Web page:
Argentina defender Martin Demichelis has inflamed the war of words ahead of tomorrow’s World Cup quarter-final with Germany by declaring: “Show us some respect.”
Ill-feeling between the sides who will meet in Cape Town for a place in the last four and a clash with either Spain or Paraguay was initially triggered by Bastian Schweinsteiger.
The growing resentment continued on both sides yesterday, putting Demichelis in a tricky position as a key member of both the Argentina defence and Bayern Munich.
But he does feel the Germans are going too far.
“I have been in Germany for seven years,” said Demichelis.
“They know me and they know I won’t change.
“But it does seem they Germany don’t have a lot of respect for us.
“I am not paying much attention to it, but maybe they should show us some respect.”
Schweinsteiger claimed Argentina try to provoke their opponents and whinge at referees.
The South Americans are clearly unhappy, although neither German general manager Oliver Bierhoff, nor skipper Phillip Lahm saw any need to apologise.
“I played with a lot of people from Argentina,” said Bierhoff.
“They are hospitable, friendly people.
“But that is not necessarily the case on a football pitch, where they can be a passionate, aggressive, provocative side.
“I didn’t think four years ago was particularly physical or nasty, but it is always tragic to lose on penalties like that.
“What we have to do on Saturday is keep a level head and make sure our nerves are in check.”
It is fascinating to see how Germany address such matters. In seeming to play down a situation, they, quite knowingly, find a way of inflaming it.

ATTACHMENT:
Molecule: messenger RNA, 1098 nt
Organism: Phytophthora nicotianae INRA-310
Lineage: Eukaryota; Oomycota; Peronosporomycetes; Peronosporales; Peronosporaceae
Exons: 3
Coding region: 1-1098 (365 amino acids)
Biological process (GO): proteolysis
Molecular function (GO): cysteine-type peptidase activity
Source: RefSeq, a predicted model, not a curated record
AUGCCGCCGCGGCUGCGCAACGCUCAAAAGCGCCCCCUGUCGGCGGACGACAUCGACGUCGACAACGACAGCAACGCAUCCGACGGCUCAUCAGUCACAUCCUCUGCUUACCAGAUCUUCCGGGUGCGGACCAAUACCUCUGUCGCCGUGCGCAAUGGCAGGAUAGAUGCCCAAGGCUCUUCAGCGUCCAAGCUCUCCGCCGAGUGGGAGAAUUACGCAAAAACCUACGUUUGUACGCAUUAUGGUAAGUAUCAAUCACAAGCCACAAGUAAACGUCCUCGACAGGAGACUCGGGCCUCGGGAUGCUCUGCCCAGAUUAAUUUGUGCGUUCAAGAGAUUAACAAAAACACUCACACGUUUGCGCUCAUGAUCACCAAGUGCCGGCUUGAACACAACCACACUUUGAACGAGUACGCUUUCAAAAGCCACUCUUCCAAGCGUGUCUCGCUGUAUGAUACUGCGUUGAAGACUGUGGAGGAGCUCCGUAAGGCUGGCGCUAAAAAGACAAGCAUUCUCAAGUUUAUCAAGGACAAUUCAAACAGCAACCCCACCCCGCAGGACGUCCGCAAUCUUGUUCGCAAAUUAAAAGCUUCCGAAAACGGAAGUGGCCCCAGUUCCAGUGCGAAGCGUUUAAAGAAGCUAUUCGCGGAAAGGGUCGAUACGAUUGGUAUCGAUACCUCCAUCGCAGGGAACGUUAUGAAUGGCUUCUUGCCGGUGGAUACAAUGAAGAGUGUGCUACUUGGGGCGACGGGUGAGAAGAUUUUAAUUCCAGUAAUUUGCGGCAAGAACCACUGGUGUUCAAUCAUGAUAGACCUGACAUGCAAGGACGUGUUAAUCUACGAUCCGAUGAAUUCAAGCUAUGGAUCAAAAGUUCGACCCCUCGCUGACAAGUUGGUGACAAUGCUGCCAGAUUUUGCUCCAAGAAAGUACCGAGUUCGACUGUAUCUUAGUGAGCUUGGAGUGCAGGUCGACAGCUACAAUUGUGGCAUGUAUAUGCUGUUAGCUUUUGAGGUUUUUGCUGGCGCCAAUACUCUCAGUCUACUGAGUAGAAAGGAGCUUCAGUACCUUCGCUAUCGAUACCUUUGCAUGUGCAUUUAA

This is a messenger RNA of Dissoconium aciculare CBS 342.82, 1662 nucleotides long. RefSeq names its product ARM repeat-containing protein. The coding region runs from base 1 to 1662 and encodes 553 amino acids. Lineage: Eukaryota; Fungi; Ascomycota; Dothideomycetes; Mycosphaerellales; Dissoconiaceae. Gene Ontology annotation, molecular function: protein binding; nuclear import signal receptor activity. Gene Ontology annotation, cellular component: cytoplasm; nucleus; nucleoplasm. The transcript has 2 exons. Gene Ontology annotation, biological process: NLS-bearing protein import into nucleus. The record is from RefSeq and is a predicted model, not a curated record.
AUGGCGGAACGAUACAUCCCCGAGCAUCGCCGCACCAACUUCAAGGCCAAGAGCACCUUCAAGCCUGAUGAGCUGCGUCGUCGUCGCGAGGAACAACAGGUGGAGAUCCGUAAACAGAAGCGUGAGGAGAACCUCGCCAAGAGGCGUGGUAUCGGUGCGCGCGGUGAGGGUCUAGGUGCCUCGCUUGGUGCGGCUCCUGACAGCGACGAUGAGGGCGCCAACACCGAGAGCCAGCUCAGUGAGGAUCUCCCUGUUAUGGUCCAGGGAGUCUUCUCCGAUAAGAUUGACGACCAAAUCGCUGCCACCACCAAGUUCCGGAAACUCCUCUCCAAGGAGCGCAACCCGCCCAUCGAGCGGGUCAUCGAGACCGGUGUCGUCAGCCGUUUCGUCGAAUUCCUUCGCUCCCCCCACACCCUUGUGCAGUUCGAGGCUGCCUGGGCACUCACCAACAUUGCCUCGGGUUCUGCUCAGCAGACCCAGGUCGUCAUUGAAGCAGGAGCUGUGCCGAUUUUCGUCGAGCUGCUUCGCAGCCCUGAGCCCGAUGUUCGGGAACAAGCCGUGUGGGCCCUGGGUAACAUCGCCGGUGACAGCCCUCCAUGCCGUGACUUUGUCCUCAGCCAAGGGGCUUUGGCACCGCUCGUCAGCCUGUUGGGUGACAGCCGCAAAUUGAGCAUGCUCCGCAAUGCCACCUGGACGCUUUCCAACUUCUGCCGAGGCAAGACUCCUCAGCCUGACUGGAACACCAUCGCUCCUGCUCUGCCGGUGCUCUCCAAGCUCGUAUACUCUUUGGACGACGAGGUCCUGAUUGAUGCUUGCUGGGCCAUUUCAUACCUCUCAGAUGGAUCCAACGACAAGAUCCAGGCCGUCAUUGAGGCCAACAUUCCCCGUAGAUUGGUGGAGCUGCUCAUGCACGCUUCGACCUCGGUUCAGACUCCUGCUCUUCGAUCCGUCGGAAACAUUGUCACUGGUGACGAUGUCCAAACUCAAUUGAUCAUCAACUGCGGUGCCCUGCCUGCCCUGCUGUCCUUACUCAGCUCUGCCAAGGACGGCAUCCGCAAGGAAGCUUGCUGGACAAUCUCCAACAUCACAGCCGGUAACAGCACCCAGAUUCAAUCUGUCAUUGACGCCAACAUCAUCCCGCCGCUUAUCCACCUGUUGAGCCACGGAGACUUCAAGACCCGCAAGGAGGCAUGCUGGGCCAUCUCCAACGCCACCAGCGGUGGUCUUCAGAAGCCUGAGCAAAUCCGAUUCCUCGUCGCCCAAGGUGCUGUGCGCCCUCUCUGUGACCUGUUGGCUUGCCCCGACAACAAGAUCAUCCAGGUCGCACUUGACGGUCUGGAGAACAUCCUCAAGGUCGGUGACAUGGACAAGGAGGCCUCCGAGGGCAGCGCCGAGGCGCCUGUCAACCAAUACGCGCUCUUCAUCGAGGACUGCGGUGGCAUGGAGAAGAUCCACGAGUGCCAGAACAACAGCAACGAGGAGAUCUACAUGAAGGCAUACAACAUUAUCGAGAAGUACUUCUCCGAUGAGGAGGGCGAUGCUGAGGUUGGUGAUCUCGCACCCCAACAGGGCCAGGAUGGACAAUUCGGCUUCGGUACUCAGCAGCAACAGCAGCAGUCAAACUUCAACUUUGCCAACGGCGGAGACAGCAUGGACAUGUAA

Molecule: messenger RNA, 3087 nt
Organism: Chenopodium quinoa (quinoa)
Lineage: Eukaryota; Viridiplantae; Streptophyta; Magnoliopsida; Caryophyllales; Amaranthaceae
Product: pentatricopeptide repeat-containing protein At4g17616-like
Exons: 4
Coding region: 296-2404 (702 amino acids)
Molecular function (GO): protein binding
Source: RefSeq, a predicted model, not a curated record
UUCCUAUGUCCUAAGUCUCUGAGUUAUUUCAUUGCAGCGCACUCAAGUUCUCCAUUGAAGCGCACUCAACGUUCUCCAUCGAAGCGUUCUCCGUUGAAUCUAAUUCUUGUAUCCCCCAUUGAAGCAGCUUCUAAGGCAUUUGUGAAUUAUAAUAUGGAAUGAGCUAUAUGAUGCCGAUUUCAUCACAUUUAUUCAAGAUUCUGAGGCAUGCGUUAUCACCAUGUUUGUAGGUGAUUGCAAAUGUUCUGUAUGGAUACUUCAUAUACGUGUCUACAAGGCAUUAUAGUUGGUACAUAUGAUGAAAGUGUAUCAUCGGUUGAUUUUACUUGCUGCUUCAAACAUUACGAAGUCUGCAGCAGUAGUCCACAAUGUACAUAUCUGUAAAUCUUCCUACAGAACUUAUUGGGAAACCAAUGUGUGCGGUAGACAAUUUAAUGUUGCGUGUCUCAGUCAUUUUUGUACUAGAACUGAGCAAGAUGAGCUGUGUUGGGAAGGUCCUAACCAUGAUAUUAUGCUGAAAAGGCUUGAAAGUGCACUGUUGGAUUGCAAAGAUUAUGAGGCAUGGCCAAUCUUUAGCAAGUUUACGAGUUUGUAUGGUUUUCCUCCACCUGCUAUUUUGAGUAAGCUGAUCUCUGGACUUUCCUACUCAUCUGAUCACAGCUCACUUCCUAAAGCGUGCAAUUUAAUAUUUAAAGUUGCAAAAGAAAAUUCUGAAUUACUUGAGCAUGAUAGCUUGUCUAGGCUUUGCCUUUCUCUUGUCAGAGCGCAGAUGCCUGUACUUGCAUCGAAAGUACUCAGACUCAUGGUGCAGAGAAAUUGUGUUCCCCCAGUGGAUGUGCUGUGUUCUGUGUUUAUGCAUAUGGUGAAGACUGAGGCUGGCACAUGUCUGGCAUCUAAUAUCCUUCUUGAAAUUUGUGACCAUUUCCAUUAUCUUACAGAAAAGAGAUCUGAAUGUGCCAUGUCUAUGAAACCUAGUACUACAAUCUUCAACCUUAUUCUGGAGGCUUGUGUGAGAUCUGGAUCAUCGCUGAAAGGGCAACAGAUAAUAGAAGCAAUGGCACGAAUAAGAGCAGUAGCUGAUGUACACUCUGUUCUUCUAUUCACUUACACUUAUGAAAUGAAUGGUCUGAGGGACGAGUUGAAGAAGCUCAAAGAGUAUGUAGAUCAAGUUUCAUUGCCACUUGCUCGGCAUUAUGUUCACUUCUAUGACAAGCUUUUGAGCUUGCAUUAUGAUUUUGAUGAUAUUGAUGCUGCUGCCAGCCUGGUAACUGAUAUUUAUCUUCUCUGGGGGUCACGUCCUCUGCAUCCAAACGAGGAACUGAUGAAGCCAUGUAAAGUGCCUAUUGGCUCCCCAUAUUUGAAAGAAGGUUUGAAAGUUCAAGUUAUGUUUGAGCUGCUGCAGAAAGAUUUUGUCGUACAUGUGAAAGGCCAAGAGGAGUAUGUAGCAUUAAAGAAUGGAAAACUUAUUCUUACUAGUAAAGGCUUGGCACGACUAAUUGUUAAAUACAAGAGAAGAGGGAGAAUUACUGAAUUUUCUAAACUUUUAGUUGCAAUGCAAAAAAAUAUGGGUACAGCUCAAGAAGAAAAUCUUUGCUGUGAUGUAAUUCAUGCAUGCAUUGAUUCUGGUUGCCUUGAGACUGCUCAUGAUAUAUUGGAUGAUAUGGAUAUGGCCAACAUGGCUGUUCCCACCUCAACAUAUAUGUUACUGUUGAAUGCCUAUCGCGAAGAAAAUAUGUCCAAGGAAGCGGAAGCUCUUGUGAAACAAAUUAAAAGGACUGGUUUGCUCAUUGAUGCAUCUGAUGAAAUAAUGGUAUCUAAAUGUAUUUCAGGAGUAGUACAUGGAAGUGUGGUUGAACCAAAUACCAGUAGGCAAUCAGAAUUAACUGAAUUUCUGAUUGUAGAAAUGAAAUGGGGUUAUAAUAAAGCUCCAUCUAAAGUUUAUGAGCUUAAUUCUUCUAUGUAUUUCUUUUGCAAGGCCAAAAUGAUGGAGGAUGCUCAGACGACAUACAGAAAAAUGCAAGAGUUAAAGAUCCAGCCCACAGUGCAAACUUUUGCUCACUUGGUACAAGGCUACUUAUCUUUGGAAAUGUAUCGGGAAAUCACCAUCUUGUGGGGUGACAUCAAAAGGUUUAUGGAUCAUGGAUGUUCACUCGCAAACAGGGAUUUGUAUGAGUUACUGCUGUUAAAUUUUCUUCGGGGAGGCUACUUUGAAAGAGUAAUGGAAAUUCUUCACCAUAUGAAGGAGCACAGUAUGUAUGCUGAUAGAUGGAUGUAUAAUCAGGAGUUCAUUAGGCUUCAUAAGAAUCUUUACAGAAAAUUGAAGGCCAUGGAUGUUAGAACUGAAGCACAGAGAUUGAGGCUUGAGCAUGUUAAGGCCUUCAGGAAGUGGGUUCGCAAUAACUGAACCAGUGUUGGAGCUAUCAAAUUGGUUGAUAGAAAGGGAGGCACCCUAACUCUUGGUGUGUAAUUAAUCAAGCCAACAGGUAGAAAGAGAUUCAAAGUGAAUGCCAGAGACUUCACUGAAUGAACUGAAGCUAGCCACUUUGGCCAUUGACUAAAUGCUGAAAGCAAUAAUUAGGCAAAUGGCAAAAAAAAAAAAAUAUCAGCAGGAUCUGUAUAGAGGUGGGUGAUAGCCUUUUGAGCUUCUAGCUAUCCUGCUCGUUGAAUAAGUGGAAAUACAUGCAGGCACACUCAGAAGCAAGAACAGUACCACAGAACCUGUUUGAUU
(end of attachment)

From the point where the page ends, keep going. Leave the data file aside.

“We want to focus on the 90 minutes play,” said Lahm.
“We know South Americans are a temperamental lot. On Saturday we will see how they deal with another defeat.”
Yet Argentina coach Diego Maradona merely played up to the stereotype with his own reaction, staring directly into a camera during an interview with Fox Sports before questioning, in a mock German accent: “What’s the matter Schweinsteiger? Are you nervoussh?”
The exaggerated goading is totally in keeping with Maradona’s unorthodox approach to management, which has already seen him get into spats with Pele and Michel Platini during the tournament.
However, he has a more sensitive side too, judging by his handling of Carlos Tevez, who is now a key member of the Argentina side after responding to some gentle cajoling from his former World Cup-winning coach on a visit to Manchester, when he was still at United and hardly getting a game.
“When you watch him play, it seems like Carlos is on a set of batteries that just keep going and going,” said Maradona.
“When I sent to see him in Manchester he was a substitute all the time.
“I told him if he wanted to remain on the same level as all our other strikers things had to get better for him. And that was the day it was going to start.”